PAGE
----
Evaluation: The Lutron MS-OPS2 Occupancy Sensor Switch - The Silicon Underground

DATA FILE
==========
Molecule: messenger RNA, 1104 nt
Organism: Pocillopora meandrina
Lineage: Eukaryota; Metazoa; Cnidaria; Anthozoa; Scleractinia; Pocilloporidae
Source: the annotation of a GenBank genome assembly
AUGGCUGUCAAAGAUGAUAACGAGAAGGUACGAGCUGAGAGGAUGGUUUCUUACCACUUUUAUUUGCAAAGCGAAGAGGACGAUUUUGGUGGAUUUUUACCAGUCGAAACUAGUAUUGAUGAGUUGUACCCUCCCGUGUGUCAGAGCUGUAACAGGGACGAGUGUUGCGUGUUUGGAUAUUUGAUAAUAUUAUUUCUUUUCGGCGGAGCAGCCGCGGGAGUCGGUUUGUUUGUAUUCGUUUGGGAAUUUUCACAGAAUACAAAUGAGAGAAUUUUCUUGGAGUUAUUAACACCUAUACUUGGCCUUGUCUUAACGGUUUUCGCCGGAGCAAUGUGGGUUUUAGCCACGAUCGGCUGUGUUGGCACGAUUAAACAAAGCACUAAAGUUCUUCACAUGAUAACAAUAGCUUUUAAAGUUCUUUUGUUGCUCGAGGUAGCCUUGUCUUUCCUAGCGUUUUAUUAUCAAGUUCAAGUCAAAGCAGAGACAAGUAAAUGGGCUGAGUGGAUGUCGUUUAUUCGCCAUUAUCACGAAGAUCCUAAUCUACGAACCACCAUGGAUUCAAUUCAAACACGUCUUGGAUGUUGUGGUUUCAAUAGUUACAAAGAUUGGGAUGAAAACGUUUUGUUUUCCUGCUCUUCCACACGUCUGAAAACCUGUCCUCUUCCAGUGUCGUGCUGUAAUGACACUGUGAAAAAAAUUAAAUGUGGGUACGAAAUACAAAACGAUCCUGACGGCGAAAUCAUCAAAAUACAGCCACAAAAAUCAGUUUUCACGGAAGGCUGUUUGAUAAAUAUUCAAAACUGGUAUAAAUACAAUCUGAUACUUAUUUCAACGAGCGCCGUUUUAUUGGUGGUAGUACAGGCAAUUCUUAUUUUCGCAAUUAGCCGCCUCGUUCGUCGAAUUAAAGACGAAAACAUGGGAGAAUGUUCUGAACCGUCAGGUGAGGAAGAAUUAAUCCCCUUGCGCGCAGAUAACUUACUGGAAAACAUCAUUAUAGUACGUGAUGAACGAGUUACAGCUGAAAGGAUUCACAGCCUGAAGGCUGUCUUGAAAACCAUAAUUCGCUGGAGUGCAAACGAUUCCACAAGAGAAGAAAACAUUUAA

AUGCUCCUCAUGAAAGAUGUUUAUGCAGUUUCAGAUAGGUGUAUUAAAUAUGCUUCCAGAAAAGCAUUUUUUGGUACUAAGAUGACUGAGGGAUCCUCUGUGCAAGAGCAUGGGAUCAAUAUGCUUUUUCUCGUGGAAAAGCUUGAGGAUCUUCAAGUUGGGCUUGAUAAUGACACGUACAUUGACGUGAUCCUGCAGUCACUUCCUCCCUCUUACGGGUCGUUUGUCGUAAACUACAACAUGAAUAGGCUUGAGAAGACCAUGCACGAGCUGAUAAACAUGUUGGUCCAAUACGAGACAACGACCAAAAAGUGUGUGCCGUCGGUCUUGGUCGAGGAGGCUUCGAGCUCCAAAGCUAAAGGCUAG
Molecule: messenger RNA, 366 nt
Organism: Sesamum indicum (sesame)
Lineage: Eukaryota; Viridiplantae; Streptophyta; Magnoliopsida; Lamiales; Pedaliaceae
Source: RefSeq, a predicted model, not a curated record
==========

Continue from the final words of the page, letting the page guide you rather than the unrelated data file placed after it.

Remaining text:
I installed a Lutron occupancy sensor switch this weekend. It detects you entering the room, turns the lights on, then turns them off 5 minutes after it detects no person is within the room. The timeout interval is adjustable. It comes in 4 models: MS-OPS2-WH (white), -AL (almond), -LA (light almond), and -IV (ivory) and retails for $29. Set up was surprisingly easy-it took about quarter-hour, which is about how long it takes me to vary a daily switch, and in contrast to most models in its price range it really works with trendy CFL and LED lighting, but I recommend some prep work forward of time. It solves a real downside. Most days once i come home, every mild in the house is on. I know why. I have two younger boys who can’t attain the lights, in order that they can’t turn them off and on themselves. However besides that, they’re demanding. My spouse goes down to the basement to get one thing, turns on the light or lights she wants, comes back upstairs, and can’t flip the lights off because her hands are full. The bathroom lights stay on most of the time because the boys can’t reach. I go back around and turn the lights off, but let’s face it. Even though I make a acutely aware effort to show off lights, several unoccupied rooms within the home stay lit even when I’m house. Lutron claims its switches can prevent as much as $25 a yr. We’ll speak about that math in a bit. However there’s a caveat. Before you purchase one, double-check your mild switches. Most computerized switches require a ground connection, and it’s solely been in comparatively latest years that electrical codes have required ground wires on light switches. In older homes, it's possible you'll discover there is no such thing as a ground wire. If the light change is in a metal box, the steel field may be grounded, but you can’t essentially assume that. If there’s no floor wire, use a unique swap. My dwelling dates to the early 1960s but has been renovated a minimum of twice. Some of my switches have the bottom connection and some don’t. I've metallic boxes at lots of my switches, which are supposed to be grounded. In some circumstances, I can see they are, however you can’t assume all metallic boxes are grounded. At my rental house, built in the 1950s, some are and some aren’t. So test first, before you purchase a bunch of switches, find they won’t work for you, and have to return them. The upside to the MS-OPS2, versus many others prefer it, is that you simply solely want the two wires that go into the switch, plus floor. Many similar switches need the white neutral wires too, in addition to ground in fact. Putting in is definitely a bit of bit easier than swapping a standard switch. Turn off the breaker field (essential), then take away the outdated switch, straighten the wires, attach one wire from the outdated change to one of the black wires on the Lutron with a wire nut, then attach the other wire from the old swap to the opposite black wire with a wire nut, then attach all the bare floor wires in the box to the naked ground wire on the Lutron and the inexperienced wire. In some circumstances you might have an even bigger wire nut than the ones the Lutron consists of. You may manually flip the swap off and on using the big pushbutton. I put one in my basement, and it detects me from 15 ft away. It makes an audible click on when it turns on the lights, but the press sounds very like some other light switch. The last regular swap I purchased is quieter than the Lutron, but it doesn’t hassle me. I put one other one in my L-formed kitchen. If I can see the switch, it sees me and turns on the sunshine. Opening a door won’t journey the switch, as it makes use of an infrared sensor that a door won’t journey. You'll be able to regulate the default settings utilizing directions included in the package deal. For instance, you possibly can modify the timeout to 20 minutes if you’re involved about the longevity of your CFL bulbs. You may as well allow a daylight sensor, so it doesn’t automatically turn the lights on if there’s already plenty of sunlight within the room. To determine what the Lutron may prevent, estimate how many hours a specific light stays on. Calculate the wattage of the bulbs. Multiply these two numbers, then multiply by 365. Divide that number by $1,000 after which multiply that quantity by what you pay per kilowatt/hour of electricity. Ten or eleven cents is a good estimate, when you don’t know. 11. I get $14.45. With the Lutron, the bathroom lights would in all probability be on less than 2 hours per day. 11. I get $3.61, for a savings of $10.Eighty four per year, which suggests it will pay for itself in less than three years. You’ll understand further savings from the increased life expectancy of the bulbs and a slight lower in your cooling costs throughout the summer months. If the life expectancy of the bulbs doubles or triples, $2 per yr is an inexpensive tough estimate. If you use greater bulbs than me, the payoff would be faster. And if you still have incandescent bulbs, the payoff can be a lot faster. If your house wiring allows you to put in these switches without much difficulty, they’re a great vitality-saving and quality-of-life upgrade. The one thing you’ll want that doesn’t come in the package deal, apart from a screwdriver and needle-nose pliers of course, is a GFI/decora-kind plate the identical measurement as the one it’s changing. You possibly can take a look at it as an excellent funding, too. I can’t consider many issues-let alone things that value lower than $30-that give me a 30% return on investment every year. The cost of bulbs will come down over time, in fact, but the cost of electricity goes nowhere however up. I’ve done quite a few other things to help me save power over the years. Most are fairly inexpensive. I put in thermal blinds and thermal curtains. Then I insulated my electrical outlets and added child security plates. In fact I use LED bulbs. I also insulated my sizzling water pipes.